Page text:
Saturday, May 18, 2013

#664: The Life of Oharu

(Kenji Mizoguchi, 1952)

Most tragedies follow a basic template. A protagonist begins in a certain place - whether it's a normal steady place or immediately after something difficult has happened to them - and they encounter some sort of disaster that throws their world into chaos. The rest of the movie is spent dealing with that chaos, and the protagonist eventually either recovers or succumbs to their challenges in some way. A good recent example of a typical tragedy in the Collection is Secret Sunshine. A woman moves to her deceased husband's hometown to raise their child there when something horrible happens that propels her forward through a spiritual and existential journey. There are multiple heartrending moments in the film, but - like the majority of similar movies and stories of any kind - it's the one central tragedy around which the film revolves.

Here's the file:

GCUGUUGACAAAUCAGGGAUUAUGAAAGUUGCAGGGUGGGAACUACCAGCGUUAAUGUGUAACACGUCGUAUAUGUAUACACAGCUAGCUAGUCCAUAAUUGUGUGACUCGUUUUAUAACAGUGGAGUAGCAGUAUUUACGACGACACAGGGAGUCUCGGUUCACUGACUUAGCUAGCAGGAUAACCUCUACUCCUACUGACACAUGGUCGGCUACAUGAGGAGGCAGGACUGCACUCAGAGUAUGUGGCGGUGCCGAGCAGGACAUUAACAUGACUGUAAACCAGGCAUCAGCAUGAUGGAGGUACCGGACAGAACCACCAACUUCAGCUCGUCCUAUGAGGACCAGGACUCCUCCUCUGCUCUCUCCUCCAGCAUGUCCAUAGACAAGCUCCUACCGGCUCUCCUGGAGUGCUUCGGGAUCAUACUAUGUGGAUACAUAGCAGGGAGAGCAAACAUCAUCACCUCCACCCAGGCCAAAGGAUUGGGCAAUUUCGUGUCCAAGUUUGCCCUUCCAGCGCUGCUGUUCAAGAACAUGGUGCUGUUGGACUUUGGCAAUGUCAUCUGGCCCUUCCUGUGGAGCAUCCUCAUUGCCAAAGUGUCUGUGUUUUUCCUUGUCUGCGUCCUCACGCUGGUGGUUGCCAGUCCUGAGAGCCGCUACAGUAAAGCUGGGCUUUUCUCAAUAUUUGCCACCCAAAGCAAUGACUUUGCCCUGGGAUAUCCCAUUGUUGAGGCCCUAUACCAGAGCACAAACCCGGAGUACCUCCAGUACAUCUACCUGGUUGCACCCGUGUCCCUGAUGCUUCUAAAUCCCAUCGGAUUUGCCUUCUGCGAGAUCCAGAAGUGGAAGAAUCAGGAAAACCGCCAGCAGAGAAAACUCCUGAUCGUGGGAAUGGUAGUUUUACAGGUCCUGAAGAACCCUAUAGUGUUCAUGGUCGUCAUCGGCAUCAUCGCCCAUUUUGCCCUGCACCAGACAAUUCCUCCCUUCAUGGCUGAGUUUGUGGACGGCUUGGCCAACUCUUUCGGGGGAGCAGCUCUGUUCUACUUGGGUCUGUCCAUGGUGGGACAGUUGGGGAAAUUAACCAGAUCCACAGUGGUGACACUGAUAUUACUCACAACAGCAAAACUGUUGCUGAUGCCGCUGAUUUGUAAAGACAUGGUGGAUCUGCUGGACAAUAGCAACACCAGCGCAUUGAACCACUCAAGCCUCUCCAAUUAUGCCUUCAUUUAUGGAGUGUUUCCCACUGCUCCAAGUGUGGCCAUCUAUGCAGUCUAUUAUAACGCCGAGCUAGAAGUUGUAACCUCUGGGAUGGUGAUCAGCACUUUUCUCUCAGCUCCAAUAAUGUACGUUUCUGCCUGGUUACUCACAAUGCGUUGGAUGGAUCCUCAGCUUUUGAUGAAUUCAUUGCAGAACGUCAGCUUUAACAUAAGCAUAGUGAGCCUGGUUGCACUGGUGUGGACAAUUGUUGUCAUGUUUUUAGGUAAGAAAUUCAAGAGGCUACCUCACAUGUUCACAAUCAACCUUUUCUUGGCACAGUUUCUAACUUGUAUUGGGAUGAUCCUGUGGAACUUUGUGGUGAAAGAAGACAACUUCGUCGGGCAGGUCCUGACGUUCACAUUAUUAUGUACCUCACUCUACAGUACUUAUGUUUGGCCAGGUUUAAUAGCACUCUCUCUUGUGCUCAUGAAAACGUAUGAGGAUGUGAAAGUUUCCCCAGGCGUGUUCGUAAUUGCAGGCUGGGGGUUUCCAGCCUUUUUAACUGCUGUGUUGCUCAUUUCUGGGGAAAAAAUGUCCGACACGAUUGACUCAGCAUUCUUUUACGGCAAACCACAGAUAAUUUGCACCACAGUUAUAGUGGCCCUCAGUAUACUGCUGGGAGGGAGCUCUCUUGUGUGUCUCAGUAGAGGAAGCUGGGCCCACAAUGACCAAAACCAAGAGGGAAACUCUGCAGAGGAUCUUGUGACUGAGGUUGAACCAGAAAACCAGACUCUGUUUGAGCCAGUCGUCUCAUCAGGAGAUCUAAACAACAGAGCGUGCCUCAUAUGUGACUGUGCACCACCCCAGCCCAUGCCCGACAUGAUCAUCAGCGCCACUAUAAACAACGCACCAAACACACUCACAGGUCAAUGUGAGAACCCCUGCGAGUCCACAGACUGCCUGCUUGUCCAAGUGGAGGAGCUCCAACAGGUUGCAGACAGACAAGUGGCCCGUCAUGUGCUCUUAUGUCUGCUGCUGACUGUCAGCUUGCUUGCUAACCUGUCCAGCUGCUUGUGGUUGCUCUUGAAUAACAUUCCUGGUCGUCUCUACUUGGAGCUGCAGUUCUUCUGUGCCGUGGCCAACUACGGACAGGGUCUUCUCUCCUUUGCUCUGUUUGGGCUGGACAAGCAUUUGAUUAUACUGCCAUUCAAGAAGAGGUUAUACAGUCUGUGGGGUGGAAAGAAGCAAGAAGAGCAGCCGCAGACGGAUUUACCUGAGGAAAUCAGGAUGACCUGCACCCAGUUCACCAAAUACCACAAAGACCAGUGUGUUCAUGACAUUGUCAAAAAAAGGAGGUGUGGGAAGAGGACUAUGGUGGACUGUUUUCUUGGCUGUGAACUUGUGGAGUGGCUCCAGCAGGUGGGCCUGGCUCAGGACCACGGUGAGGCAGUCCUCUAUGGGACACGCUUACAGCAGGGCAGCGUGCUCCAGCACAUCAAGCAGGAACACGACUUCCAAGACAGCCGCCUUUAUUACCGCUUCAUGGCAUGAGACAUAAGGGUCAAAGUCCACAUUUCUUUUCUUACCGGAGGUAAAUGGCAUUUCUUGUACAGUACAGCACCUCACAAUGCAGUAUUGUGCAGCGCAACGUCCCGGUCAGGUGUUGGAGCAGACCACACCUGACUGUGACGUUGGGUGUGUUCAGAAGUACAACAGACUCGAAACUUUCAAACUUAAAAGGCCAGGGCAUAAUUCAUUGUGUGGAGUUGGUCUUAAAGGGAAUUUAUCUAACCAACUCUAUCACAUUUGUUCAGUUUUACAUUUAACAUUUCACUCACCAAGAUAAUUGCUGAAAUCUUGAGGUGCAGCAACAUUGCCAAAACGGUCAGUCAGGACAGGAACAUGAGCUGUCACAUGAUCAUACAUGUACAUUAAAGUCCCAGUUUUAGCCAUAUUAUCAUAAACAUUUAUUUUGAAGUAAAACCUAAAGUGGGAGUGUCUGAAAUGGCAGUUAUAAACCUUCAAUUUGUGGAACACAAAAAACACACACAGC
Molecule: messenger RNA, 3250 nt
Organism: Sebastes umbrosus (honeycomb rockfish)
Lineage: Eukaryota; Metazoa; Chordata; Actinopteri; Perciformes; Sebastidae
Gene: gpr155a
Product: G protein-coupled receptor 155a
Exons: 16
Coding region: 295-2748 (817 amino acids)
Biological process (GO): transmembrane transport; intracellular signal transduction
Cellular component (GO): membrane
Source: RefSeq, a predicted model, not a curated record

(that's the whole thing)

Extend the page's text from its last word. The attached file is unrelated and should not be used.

The Life of Oharu has perhaps ten, maybe even fifteen moments like this. Oharu is betrayed, misled, punished, humiliated, and victimized by random fate so frequently in the film that Mizoguchi's portrait nearly collapses under the weight of absurdity. Mizoguchi's steady hand and the main performance of Kinuyo Tanaka, who worked frequently with the director (she's in all of his films in the Collection), ultimately save the film from the type of sensationalism reserved for similar exploitation movies disguised as social commentary (see: Precious), but the comparisons are still evident. While Mizoguchi has honorable intentions, his portrayal of the plight of women in Japan has little of the complexity and sharp bite of Imamura or Oshima. This is mainly because the film is so melodramatic that it doesn't feel real, the message so obvious that it's hard to take away any applicable lesson.

By the way, this movie is really, really good. I know it doesn't sound like I think that, but it's beautiful and humanistic and it's impossible not to feel a strong attachment to Oharu. Each story within her journey ranges from moderately interesting to stirring enough to be the basis for its own film. And like Mizoguchi's poetic masterpiece Sansho the Bailiff, the film's imagery is lyrical and indicative of Japan's beautiful visual iconography. It's just that when you're finished, you're going to need a long bath.

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